On Tuesday night, we stayed up late monitoring many media streams–radio, television, live videographers, blogs, tweets, even the security cameras mounted on the L.A. Times building–documentary material which together formed a complex and evolving real-time portrait of the eviction of the Occupy LA protest camp outside City Hall. The access to raw data was overwhelming, and stirred a hunger for “more” which was hard to sate. Watching history happen to other people, one feels at once omnipotent and powerless.

In the end, the event defies easy categorization. We’re told it “ended peacefully” — although some protesters say they were chased for blocks, then beaten by police. It was widely reported, but journalism was hobbled by a quickly imposed LAPD “media pool” which subjected any reporter not on the official list to the threat of arrest simply for doing their job. It happened relatively quickly, yet all signs suggest that Occupy LA is not done for. Whatever side of the political fence you reside on, it’s a deeply interesting moment in this city’s history, and a great spark for further conversation and inquiry.

On Wednesday evening, we found ourselves in Pershing Square, that hideous concrete expanse which represents all the urban design failings of the late 20th century. This important public place — formerly called Central Park and for many decades truly central to the cultural life of the city — has been subject to a series of radical redesigns, each more soul-destroying than the last. For decades its shade trees and fountain were a beacon for labor unionists and communists, sexual radicals and spiritual visionaries, but no more. Today it sports uncomfortable benches, confusing vistas, dividing walls, a mildewed fountain, baffling artwork and a pathetic section devoted to dog waste and clots of historic sculptures. It is impossible to see into the park from street level, there is nothing to eat, and a seasonal ice rink blocks easy passage through the space.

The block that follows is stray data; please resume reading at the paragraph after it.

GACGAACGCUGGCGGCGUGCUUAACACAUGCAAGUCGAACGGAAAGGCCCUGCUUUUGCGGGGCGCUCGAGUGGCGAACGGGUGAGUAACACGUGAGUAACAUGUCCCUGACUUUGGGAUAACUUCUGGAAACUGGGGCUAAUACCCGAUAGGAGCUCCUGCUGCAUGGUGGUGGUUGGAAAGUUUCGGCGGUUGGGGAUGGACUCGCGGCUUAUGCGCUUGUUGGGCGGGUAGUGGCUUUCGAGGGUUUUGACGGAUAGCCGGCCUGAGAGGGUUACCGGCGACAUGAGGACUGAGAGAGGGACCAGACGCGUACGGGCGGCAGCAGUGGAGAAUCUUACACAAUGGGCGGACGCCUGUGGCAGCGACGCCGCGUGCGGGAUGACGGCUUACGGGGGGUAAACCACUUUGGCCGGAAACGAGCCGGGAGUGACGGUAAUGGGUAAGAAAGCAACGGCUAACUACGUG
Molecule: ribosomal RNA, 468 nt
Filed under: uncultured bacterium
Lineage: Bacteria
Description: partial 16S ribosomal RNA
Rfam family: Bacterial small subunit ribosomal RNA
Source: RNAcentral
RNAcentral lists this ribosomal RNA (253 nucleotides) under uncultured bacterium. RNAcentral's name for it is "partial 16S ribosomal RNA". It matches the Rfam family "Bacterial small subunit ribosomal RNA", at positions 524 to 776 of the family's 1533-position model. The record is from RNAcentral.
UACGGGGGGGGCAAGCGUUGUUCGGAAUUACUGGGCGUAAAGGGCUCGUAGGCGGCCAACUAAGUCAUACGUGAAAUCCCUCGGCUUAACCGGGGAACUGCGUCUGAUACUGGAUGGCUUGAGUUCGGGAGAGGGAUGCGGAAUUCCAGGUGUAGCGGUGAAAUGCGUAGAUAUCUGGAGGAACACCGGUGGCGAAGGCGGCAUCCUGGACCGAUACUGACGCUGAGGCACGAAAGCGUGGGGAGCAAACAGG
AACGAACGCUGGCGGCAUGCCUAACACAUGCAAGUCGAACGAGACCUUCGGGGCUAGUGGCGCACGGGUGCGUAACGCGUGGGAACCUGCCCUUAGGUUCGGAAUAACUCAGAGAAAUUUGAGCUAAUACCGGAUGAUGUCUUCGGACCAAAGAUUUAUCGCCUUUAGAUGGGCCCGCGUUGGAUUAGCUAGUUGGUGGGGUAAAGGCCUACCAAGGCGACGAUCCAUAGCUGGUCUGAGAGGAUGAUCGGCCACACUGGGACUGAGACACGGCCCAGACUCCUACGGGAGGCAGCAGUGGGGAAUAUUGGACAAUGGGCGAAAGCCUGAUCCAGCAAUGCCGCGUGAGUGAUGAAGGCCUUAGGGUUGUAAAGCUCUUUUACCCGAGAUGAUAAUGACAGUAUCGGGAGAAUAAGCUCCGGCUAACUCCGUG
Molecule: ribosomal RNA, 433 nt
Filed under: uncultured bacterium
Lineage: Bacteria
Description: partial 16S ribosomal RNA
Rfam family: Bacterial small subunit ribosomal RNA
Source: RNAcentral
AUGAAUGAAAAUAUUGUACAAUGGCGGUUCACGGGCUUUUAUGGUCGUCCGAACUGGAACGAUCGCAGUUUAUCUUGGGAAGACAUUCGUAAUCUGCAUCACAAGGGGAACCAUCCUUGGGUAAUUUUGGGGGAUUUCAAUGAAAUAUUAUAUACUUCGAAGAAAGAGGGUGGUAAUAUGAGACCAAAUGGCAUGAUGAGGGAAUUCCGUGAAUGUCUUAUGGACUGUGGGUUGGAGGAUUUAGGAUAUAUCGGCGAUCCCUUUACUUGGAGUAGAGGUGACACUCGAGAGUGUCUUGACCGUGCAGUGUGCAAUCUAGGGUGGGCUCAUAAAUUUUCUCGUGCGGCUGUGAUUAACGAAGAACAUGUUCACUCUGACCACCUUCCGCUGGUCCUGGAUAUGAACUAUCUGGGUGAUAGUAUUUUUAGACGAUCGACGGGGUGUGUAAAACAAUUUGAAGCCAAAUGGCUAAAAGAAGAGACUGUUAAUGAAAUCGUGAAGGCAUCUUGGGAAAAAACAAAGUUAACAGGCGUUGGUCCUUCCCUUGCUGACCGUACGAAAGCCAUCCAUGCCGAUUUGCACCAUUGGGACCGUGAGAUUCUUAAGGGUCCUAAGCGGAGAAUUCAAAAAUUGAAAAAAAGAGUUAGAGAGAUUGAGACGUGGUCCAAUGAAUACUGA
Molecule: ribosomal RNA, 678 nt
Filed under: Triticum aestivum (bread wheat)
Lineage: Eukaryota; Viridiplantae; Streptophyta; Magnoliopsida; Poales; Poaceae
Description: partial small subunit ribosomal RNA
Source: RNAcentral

And yet, as dusk fell and the fog settled over downtown, something extraordinary happened. The northeast corner of the park filled with boisterous, friendly people. They were mostly young, but some were old. They were of all races. Most were dressed in jeans, but some were in suits. Many carried signs. They clustered together in loose circles and talked about why they had come to the park, and what they hoped to see the Occupy movement accomplish. Everyone had a different reason, and each one was so idealistic as to almost make you blush to hear it said out loud. But why should it be embarrassing to hear an Angeleno state that they’d like to live in a fair, safe and equitable world? Don’t we all want that? After an hour, these folks lit candles, tucked them into styrofoam cups, and marched off towards a barricaded, heavily-policed City Hall to sing Woody Guthrie songs and brainstorm about what comes next.

Something is happening in this city. People who would not normally have reason to even say hello are standing in groups on street corners, debating complex economic theories, strategizing media campaigns and connecting in unexpected ways. In the face of hard challenges, hope is sprouting. And this thing that is happening is powerful enough to bring alive a public space seemingly designed to make such a thing impossible. And that, friends, is worth taking note of. And so we have.